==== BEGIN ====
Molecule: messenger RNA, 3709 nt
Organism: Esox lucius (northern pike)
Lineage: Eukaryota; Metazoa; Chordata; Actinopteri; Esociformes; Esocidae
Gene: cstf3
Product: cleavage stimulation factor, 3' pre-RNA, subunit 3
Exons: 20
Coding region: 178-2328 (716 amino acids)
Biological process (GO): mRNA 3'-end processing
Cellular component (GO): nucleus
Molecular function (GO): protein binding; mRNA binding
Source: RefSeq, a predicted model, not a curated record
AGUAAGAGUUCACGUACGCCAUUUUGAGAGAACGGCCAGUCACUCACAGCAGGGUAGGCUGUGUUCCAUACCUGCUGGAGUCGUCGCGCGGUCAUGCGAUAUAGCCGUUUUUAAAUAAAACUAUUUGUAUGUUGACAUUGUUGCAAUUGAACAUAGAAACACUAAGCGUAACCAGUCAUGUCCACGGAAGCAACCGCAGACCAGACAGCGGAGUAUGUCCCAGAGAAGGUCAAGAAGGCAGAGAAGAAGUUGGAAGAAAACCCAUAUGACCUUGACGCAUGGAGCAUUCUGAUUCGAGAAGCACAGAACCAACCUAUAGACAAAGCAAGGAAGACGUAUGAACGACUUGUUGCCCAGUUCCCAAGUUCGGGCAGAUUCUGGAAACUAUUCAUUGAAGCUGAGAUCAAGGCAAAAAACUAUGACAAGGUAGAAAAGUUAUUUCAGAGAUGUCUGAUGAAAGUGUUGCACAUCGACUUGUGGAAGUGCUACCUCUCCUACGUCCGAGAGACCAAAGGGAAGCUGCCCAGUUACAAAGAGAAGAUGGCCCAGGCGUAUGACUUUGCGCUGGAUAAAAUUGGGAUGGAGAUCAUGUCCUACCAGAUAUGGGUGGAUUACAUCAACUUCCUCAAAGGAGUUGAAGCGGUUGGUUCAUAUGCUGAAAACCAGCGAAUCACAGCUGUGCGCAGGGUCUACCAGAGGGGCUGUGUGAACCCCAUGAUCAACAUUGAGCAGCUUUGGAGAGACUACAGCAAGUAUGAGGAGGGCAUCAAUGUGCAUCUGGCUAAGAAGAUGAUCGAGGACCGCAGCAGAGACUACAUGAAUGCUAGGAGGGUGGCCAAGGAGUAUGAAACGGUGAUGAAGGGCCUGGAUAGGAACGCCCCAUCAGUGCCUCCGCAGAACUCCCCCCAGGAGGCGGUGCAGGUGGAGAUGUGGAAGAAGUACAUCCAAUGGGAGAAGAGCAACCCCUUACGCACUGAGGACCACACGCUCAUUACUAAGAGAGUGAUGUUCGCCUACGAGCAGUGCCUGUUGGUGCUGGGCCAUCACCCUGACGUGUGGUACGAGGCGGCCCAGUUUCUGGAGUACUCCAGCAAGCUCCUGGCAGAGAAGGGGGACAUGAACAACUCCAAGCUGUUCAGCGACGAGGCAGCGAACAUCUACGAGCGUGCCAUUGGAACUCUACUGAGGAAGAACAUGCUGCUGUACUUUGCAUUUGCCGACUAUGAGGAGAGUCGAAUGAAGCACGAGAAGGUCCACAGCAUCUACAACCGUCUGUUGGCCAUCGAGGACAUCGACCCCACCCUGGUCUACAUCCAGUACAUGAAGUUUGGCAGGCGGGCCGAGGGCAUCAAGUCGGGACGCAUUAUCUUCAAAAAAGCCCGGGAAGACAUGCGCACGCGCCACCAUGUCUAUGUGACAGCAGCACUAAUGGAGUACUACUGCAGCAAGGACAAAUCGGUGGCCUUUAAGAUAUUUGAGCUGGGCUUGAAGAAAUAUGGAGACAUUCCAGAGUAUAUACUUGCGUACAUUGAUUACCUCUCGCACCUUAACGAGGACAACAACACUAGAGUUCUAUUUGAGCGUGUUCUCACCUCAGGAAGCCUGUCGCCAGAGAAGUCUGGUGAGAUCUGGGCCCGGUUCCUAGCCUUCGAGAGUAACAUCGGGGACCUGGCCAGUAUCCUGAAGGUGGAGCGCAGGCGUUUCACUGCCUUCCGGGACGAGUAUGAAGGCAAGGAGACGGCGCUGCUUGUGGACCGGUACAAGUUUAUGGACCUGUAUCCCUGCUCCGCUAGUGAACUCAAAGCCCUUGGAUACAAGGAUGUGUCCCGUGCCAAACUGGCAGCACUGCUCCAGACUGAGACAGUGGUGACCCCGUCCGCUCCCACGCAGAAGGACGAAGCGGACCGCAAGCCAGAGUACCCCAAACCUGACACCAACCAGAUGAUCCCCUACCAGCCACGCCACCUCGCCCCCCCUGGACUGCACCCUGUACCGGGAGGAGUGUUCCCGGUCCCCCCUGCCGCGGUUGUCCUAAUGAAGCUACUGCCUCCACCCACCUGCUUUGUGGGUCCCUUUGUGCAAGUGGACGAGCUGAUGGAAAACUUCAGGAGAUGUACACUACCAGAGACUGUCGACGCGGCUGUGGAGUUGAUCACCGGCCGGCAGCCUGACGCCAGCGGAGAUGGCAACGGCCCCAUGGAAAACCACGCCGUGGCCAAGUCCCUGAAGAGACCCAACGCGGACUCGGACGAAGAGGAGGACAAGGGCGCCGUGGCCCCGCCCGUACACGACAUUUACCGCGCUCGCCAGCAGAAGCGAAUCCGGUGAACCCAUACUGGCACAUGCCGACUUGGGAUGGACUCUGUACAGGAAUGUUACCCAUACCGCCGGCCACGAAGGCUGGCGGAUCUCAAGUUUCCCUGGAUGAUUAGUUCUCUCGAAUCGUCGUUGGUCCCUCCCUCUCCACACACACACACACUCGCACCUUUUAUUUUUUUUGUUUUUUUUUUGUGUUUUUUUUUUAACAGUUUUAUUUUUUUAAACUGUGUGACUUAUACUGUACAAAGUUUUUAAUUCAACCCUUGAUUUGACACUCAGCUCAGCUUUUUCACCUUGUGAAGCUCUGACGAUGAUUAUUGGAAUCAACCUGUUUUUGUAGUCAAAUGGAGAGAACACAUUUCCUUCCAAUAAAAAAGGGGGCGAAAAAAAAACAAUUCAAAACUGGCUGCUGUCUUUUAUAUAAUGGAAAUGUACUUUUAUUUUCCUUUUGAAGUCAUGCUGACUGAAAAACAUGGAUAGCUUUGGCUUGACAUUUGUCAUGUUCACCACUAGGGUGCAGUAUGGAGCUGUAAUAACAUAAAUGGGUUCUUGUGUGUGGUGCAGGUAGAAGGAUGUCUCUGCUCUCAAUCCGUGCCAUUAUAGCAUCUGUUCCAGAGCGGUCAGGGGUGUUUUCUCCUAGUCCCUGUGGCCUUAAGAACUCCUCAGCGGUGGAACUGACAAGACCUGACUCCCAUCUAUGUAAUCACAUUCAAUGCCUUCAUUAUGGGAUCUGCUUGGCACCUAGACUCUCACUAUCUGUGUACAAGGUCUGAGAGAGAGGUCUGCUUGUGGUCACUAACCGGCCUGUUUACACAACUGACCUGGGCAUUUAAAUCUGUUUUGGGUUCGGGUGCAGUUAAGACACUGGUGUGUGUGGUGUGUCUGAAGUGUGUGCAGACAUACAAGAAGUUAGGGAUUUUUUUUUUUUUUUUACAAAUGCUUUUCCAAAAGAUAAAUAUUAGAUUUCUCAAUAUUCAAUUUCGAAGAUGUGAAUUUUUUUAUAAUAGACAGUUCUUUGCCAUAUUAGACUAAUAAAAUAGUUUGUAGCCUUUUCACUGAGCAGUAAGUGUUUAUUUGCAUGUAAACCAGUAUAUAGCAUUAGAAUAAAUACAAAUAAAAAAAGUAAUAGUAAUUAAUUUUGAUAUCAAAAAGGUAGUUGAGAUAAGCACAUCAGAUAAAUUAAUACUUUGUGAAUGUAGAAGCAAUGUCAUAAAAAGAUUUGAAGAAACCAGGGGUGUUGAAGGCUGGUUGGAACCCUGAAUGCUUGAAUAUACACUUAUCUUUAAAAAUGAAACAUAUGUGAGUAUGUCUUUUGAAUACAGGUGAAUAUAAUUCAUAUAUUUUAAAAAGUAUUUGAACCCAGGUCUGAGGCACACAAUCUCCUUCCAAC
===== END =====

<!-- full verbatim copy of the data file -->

Molecule: messenger RNA, 3709 nt
Organism: Esox lucius (northern pike)
Lineage: Eukaryota; Metazoa; Chordata; Actinopteri; Esociformes; Esocidae
Gene: cstf3
Product: cleavage stimulation factor, 3' pre-RNA, subunit 3
Exons: 20
Coding region: 178-2328 (716 amino acids)
Biological process (GO): mRNA 3'-end processing
Cellular component (GO): nucleus
Molecular function (GO): protein binding; mRNA binding
Source: RefSeq, a predicted model, not a curated record
AGUAAGAGUUCACGUACGCCAUUUUGAGAGAACGGCCAGUCACUCACAGCAGGGUAGGCUGUGUUCCAUACCUGCUGGAGUCGUCGCGCGGUCAUGCGAUAUAGCCGUUUUUAAAUAAAACUAUUUGUAUGUUGACAUUGUUGCAAUUGAACAUAGAAACACUAAGCGUAACCAGUCAUGUCCACGGAAGCAACCGCAGACCAGACAGCGGAGUAUGUCCCAGAGAAGGUCAAGAAGGCAGAGAAGAAGUUGGAAGAAAACCCAUAUGACCUUGACGCAUGGAGCAUUCUGAUUCGAGAAGCACAGAACCAACCUAUAGACAAAGCAAGGAAGACGUAUGAACGACUUGUUGCCCAGUUCCCAAGUUCGGGCAGAUUCUGGAAACUAUUCAUUGAAGCUGAGAUCAAGGCAAAAAACUAUGACAAGGUAGAAAAGUUAUUUCAGAGAUGUCUGAUGAAAGUGUUGCACAUCGACUUGUGGAAGUGCUACCUCUCCUACGUCCGAGAGACCAAAGGGAAGCUGCCCAGUUACAAAGAGAAGAUGGCCCAGGCGUAUGACUUUGCGCUGGAUAAAAUUGGGAUGGAGAUCAUGUCCUACCAGAUAUGGGUGGAUUACAUCAACUUCCUCAAAGGAGUUGAAGCGGUUGGUUCAUAUGCUGAAAACCAGCGAAUCACAGCUGUGCGCAGGGUCUACCAGAGGGGCUGUGUGAACCCCAUGAUCAACAUUGAGCAGCUUUGGAGAGACUACAGCAAGUAUGAGGAGGGCAUCAAUGUGCAUCUGGCUAAGAAGAUGAUCGAGGACCGCAGCAGAGACUACAUGAAUGCUAGGAGGGUGGCCAAGGAGUAUGAAACGGUGAUGAAGGGCCUGGAUAGGAACGCCCCAUCAGUGCCUCCGCAGAACUCCCCCCAGGAGGCGGUGCAGGUGGAGAUGUGGAAGAAGUACAUCCAAUGGGAGAAGAGCAACCCCUUACGCACUGAGGACCACACGCUCAUUACUAAGAGAGUGAUGUUCGCCUACGAGCAGUGCCUGUUGGUGCUGGGCCAUCACCCUGACGUGUGGUACGAGGCGGCCCAGUUUCUGGAGUACUCCAGCAAGCUCCUGGCAGAGAAGGGGGACAUGAACAACUCCAAGCUGUUCAGCGACGAGGCAGCGAACAUCUACGAGCGUGCCAUUGGAACUCUACUGAGGAAGAACAUGCUGCUGUACUUUGCAUUUGCCGACUAUGAGGAGAGUCGAAUGAAGCACGAGAAGGUCCACAGCAUCUACAACCGUCUGUUGGCCAUCGAGGACAUCGACCCCACCCUGGUCUACAUCCAGUACAUGAAGUUUGGCAGGCGGGCCGAGGGCAUCAAGUCGGGACGCAUUAUCUUCAAAAAAGCCCGGGAAGACAUGCGCACGCGCCACCAUGUCUAUGUGACAGCAGCACUAAUGGAGUACUACUGCAGCAAGGACAAAUCGGUGGCCUUUAAGAUAUUUGAGCUGGGCUUGAAGAAAUAUGGAGACAUUCCAGAGUAUAUACUUGCGUACAUUGAUUACCUCUCGCACCUUAACGAGGACAACAACACUAGAGUUCUAUUUGAGCGUGUUCUCACCUCAGGAAGCCUGUCGCCAGAGAAGUCUGGUGAGAUCUGGGCCCGGUUCCUAGCCUUCGAGAGUAACAUCGGGGACCUGGCCAGUAUCCUGAAGGUGGAGCGCAGGCGUUUCACUGCCUUCCGGGACGAGUAUGAAGGCAAGGAGACGGCGCUGCUUGUGGACCGGUACAAGUUUAUGGACCUGUAUCCCUGCUCCGCUAGUGAACUCAAAGCCCUUGGAUACAAGGAUGUGUCCCGUGCCAAACUGGCAGCACUGCUCCAGACUGAGACAGUGGUGACCCCGUCCGCUCCCACGCAGAAGGACGAAGCGGACCGCAAGCCAGAGUACCCCAAACCUGACACCAACCAGAUGAUCCCCUACCAGCCACGCCACCUCGCCCCCCCUGGACUGCACCCUGUACCGGGAGGAGUGUUCCCGGUCCCCCCUGCCGCGGUUGUCCUAAUGAAGCUACUGCCUCCACCCACCUGCUUUGUGGGUCCCUUUGUGCAAGUGGACGAGCUGAUGGAAAACUUCAGGAGAUGUACACUACCAGAGACUGUCGACGCGGCUGUGGAGUUGAUCACCGGCCGGCAGCCUGACGCCAGCGGAGAUGGCAACGGCCCCAUGGAAAACCACGCCGUGGCCAAGUCCCUGAAGAGACCCAACGCGGACUCGGACGAAGAGGAGGACAAGGGCGCCGUGGCCCCGCCCGUACACGACAUUUACCGCGCUCGCCAGCAGAAGCGAAUCCGGUGAACCCAUACUGGCACAUGCCGACUUGGGAUGGACUCUGUACAGGAAUGUUACCCAUACCGCCGGCCACGAAGGCUGGCGGAUCUCAAGUUUCCCUGGAUGAUUAGUUCUCUCGAAUCGUCGUUGGUCCCUCCCUCUCCACACACACACACACUCGCACCUUUUAUUUUUUUUGUUUUUUUUUUGUGUUUUUUUUUUAACAGUUUUAUUUUUUUAAACUGUGUGACUUAUACUGUACAAAGUUUUUAAUUCAACCCUUGAUUUGACACUCAGCUCAGCUUUUUCACCUUGUGAAGCUCUGACGAUGAUUAUUGGAAUCAACCUGUUUUUGUAGUCAAAUGGAGAGAACACAUUUCCUUCCAAUAAAAAAGGGGGCGAAAAAAAAACAAUUCAAAACUGGCUGCUGUCUUUUAUAUAAUGGAAAUGUACUUUUAUUUUCCUUUUGAAGUCAUGCUGACUGAAAAACAUGGAUAGCUUUGGCUUGACAUUUGUCAUGUUCACCACUAGGGUGCAGUAUGGAGCUGUAAUAACAUAAAUGGGUUCUUGUGUGUGGUGCAGGUAGAAGGAUGUCUCUGCUCUCAAUCCGUGCCAUUAUAGCAUCUGUUCCAGAGCGGUCAGGGGUGUUUUCUCCUAGUCCCUGUGGCCUUAAGAACUCCUCAGCGGUGGAACUGACAAGACCUGACUCCCAUCUAUGUAAUCACAUUCAAUGCCUUCAUUAUGGGAUCUGCUUGGCACCUAGACUCUCACUAUCUGUGUACAAGGUCUGAGAGAGAGGUCUGCUUGUGGUCACUAACCGGCCUGUUUACACAACUGACCUGGGCAUUUAAAUCUGUUUUGGGUUCGGGUGCAGUUAAGACACUGGUGUGUGUGGUGUGUCUGAAGUGUGUGCAGACAUACAAGAAGUUAGGGAUUUUUUUUUUUUUUUUACAAAUGCUUUUCCAAAAGAUAAAUAUUAGAUUUCUCAAUAUUCAAUUUCGAAGAUGUGAAUUUUUUUAUAAUAGACAGUUCUUUGCCAUAUUAGACUAAUAAAAUAGUUUGUAGCCUUUUCACUGAGCAGUAAGUGUUUAUUUGCAUGUAAACCAGUAUAUAGCAUUAGAAUAAAUACAAAUAAAAAAAGUAAUAGUAAUUAAUUUUGAUAUCAAAAAGGUAGUUGAGAUAAGCACAUCAGAUAAAUUAAUACUUUGUGAAUGUAGAAGCAAUGUCAUAAAAAGAUUUGAAGAAACCAGGGGUGUUGAAGGCUGGUUGGAACCCUGAAUGCUUGAAUAUACACUUAUCUUUAAAAAUGAAACAUAUGUGAGUAUGUCUUUUGAAUACAGGUGAAUAUAAUUCAUAUAUUUUAAAAAGUAUUUGAACCCAGGUCUGAGGCACACAAUCUCCUUCCAAC